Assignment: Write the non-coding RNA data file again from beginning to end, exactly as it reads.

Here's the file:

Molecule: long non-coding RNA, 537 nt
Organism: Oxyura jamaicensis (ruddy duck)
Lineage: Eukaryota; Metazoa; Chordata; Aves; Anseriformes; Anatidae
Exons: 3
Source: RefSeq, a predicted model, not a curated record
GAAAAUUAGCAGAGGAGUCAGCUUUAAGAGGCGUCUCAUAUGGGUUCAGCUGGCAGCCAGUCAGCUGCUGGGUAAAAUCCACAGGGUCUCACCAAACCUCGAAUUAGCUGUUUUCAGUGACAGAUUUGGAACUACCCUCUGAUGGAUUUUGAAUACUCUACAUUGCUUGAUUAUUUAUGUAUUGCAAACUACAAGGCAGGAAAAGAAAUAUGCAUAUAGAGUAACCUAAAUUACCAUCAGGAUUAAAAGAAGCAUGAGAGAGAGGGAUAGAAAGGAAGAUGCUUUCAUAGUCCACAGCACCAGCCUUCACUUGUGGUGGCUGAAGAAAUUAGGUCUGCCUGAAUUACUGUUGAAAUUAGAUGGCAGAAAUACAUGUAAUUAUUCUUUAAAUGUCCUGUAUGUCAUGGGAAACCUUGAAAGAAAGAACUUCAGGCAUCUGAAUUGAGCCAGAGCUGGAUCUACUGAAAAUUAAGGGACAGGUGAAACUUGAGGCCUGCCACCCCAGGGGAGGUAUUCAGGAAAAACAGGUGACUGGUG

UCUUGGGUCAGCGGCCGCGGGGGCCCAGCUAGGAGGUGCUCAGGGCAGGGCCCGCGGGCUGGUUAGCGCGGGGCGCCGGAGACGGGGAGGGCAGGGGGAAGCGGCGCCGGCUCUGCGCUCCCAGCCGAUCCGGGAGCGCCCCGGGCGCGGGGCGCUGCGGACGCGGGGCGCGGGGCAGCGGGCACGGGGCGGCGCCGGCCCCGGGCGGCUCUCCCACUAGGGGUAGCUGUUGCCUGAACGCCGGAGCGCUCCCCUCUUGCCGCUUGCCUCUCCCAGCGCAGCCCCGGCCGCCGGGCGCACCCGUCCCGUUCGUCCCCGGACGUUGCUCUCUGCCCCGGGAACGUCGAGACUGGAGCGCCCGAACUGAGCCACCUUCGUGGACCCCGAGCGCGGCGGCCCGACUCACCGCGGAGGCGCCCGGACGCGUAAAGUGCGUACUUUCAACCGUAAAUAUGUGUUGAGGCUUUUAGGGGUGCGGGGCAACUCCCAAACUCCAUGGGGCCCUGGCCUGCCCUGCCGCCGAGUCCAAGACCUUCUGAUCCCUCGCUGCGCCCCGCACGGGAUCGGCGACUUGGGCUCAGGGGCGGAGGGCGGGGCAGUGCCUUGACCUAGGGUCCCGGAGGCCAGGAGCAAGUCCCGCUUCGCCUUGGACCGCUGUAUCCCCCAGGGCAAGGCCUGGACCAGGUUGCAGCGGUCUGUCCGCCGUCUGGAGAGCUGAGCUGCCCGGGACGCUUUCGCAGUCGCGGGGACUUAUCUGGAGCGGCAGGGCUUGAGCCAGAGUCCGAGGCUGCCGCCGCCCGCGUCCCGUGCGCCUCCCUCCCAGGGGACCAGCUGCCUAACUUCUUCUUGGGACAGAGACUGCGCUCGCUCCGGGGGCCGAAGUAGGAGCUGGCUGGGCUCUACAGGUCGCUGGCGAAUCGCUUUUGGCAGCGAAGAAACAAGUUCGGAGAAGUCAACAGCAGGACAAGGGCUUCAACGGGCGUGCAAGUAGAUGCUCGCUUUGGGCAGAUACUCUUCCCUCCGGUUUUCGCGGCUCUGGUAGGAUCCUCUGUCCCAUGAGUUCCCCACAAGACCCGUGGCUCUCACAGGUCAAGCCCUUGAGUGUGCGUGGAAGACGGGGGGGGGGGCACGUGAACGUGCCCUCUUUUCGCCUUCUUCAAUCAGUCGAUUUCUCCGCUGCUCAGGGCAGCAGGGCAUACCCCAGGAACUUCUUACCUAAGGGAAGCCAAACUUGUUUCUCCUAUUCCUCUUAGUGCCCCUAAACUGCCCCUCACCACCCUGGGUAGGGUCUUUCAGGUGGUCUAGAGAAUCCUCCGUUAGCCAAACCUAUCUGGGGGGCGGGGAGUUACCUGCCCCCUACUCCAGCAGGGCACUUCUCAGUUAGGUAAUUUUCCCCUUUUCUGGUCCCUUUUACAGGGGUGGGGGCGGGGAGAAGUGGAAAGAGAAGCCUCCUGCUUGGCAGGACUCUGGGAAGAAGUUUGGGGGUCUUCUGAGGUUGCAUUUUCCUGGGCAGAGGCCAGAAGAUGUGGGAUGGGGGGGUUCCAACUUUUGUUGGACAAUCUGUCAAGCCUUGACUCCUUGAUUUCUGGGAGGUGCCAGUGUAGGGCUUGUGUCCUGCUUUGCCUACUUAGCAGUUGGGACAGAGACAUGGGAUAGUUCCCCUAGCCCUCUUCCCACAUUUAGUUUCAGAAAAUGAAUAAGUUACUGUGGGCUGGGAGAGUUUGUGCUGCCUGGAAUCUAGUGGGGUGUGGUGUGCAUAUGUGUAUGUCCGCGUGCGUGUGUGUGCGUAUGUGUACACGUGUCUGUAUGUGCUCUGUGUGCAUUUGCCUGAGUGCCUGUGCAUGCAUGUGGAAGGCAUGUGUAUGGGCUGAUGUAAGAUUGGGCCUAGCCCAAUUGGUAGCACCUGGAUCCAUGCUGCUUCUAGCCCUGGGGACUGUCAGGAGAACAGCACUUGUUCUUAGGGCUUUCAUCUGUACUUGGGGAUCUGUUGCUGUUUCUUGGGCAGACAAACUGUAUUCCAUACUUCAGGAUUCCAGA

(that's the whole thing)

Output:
Molecule: long non-coding RNA, 537 nt
Organism: Oxyura jamaicensis (ruddy duck)
Lineage: Eukaryota; Metazoa; Chordata; Aves; Anseriformes; Anatidae
Exons: 3
Source: RefSeq, a predicted model, not a curated record
GAAAAUUAGCAGAGGAGUCAGCUUUAAGAGGCGUCUCAUAUGGGUUCAGCUGGCAGCCAGUCAGCUGCUGGGUAAAAUCCACAGGGUCUCACCAAACCUCGAAUUAGCUGUUUUCAGUGACAGAUUUGGAACUACCCUCUGAUGGAUUUUGAAUACUCUACAUUGCUUGAUUAUUUAUGUAUUGCAAACUACAAGGCAGGAAAAGAAAUAUGCAUAUAGAGUAACCUAAAUUACCAUCAGGAUUAAAAGAAGCAUGAGAGAGAGGGAUAGAAAGGAAGAUGCUUUCAUAGUCCACAGCACCAGCCUUCACUUGUGGUGGCUGAAGAAAUUAGGUCUGCCUGAAUUACUGUUGAAAUUAGAUGGCAGAAAUACAUGUAAUUAUUCUUUAAAUGUCCUGUAUGUCAUGGGAAACCUUGAAAGAAAGAACUUCAGGCAUCUGAAUUGAGCCAGAGCUGGAUCUACUGAAAAUUAAGGGACAGGUGAAACUUGAGGCCUGCCACCCCAGGGGAGGUAUUCAGGAAAAACAGGUGACUGGUG

UCUUGGGUCAGCGGCCGCGGGGGCCCAGCUAGGAGGUGCUCAGGGCAGGGCCCGCGGGCUGGUUAGCGCGGGGCGCCGGAGACGGGGAGGGCAGGGGGAAGCGGCGCCGGCUCUGCGCUCCCAGCCGAUCCGGGAGCGCCCCGGGCGCGGGGCGCUGCGGACGCGGGGCGCGGGGCAGCGGGCACGGGGCGGCGCCGGCCCCGGGCGGCUCUCCCACUAGGGGUAGCUGUUGCCUGAACGCCGGAGCGCUCCCCUCUUGCCGCUUGCCUCUCCCAGCGCAGCCCCGGCCGCCGGGCGCACCCGUCCCGUUCGUCCCCGGACGUUGCUCUCUGCCCCGGGAACGUCGAGACUGGAGCGCCCGAACUGAGCCACCUUCGUGGACCCCGAGCGCGGCGGCCCGACUCACCGCGGAGGCGCCCGGACGCGUAAAGUGCGUACUUUCAACCGUAAAUAUGUGUUGAGGCUUUUAGGGGUGCGGGGCAACUCCCAAACUCCAUGGGGCCCUGGCCUGCCCUGCCGCCGAGUCCAAGACCUUCUGAUCCCUCGCUGCGCCCCGCACGGGAUCGGCGACUUGGGCUCAGGGGCGGAGGGCGGGGCAGUGCCUUGACCUAGGGUCCCGGAGGCCAGGAGCAAGUCCCGCUUCGCCUUGGACCGCUGUAUCCCCCAGGGCAAGGCCUGGACCAGGUUGCAGCGGUCUGUCCGCCGUCUGGAGAGCUGAGCUGCCCGGGACGCUUUCGCAGUCGCGGGGACUUAUCUGGAGCGGCAGGGCUUGAGCCAGAGUCCGAGGCUGCCGCCGCCCGCGUCCCGUGCGCCUCCCUCCCAGGGGACCAGCUGCCUAACUUCUUCUUGGGACAGAGACUGCGCUCGCUCCGGGGGCCGAAGUAGGAGCUGGCUGGGCUCUACAGGUCGCUGGCGAAUCGCUUUUGGCAGCGAAGAAACAAGUUCGGAGAAGUCAACAGCAGGACAAGGGCUUCAACGGGCGUGCAAGUAGAUGCUCGCUUUGGGCAGAUACUCUUCCCUCCGGUUUUCGCGGCUCUGGUAGGAUCCUCUGUCCCAUGAGUUCCCCACAAGACCCGUGGCUCUCACAGGUCAAGCCCUUGAGUGUGCGUGGAAGACGGGGGGGGGGGCACGUGAACGUGCCCUCUUUUCGCCUUCUUCAAUCAGUCGAUUUCUCCGCUGCUCAGGGCAGCAGGGCAUACCCCAGGAACUUCUUACCUAAGGGAAGCCAAACUUGUUUCUCCUAUUCCUCUUAGUGCCCCUAAACUGCCCCUCACCACCCUGGGUAGGGUCUUUCAGGUGGUCUAGAGAAUCCUCCGUUAGCCAAACCUAUCUGGGGGGCGGGGAGUUACCUGCCCCCUACUCCAGCAGGGCACUUCUCAGUUAGGUAAUUUUCCCCUUUUCUGGUCCCUUUUACAGGGGUGGGGGCGGGGAGAAGUGGAAAGAGAAGCCUCCUGCUUGGCAGGACUCUGGGAAGAAGUUUGGGGGUCUUCUGAGGUUGCAUUUUCCUGGGCAGAGGCCAGAAGAUGUGGGAUGGGGGGGUUCCAACUUUUGUUGGACAAUCUGUCAAGCCUUGACUCCUUGAUUUCUGGGAGGUGCCAGUGUAGGGCUUGUGUCCUGCUUUGCCUACUUAGCAGUUGGGACAGAGACAUGGGAUAGUUCCCCUAGCCCUCUUCCCACAUUUAGUUUCAGAAAAUGAAUAAGUUACUGUGGGCUGGGAGAGUUUGUGCUGCCUGGAAUCUAGUGGGGUGUGGUGUGCAUAUGUGUAUGUCCGCGUGCGUGUGUGUGCGUAUGUGUACACGUGUCUGUAUGUGCUCUGUGUGCAUUUGCCUGAGUGCCUGUGCAUGCAUGUGGAAGGCAUGUGUAUGGGCUGAUGUAAGAUUGGGCCUAGCCCAAUUGGUAGCACCUGGAUCCAUGCUGCUUCUAGCCCUGGGGACUGUCAGGAGAACAGCACUUGUUCUUAGGGCUUUCAUCUGUACUUGGGGAUCUGUUGCUGUUUCUUGGGCAGACAAACUGUAUUCCAUACUUCAGGAUUCCAGA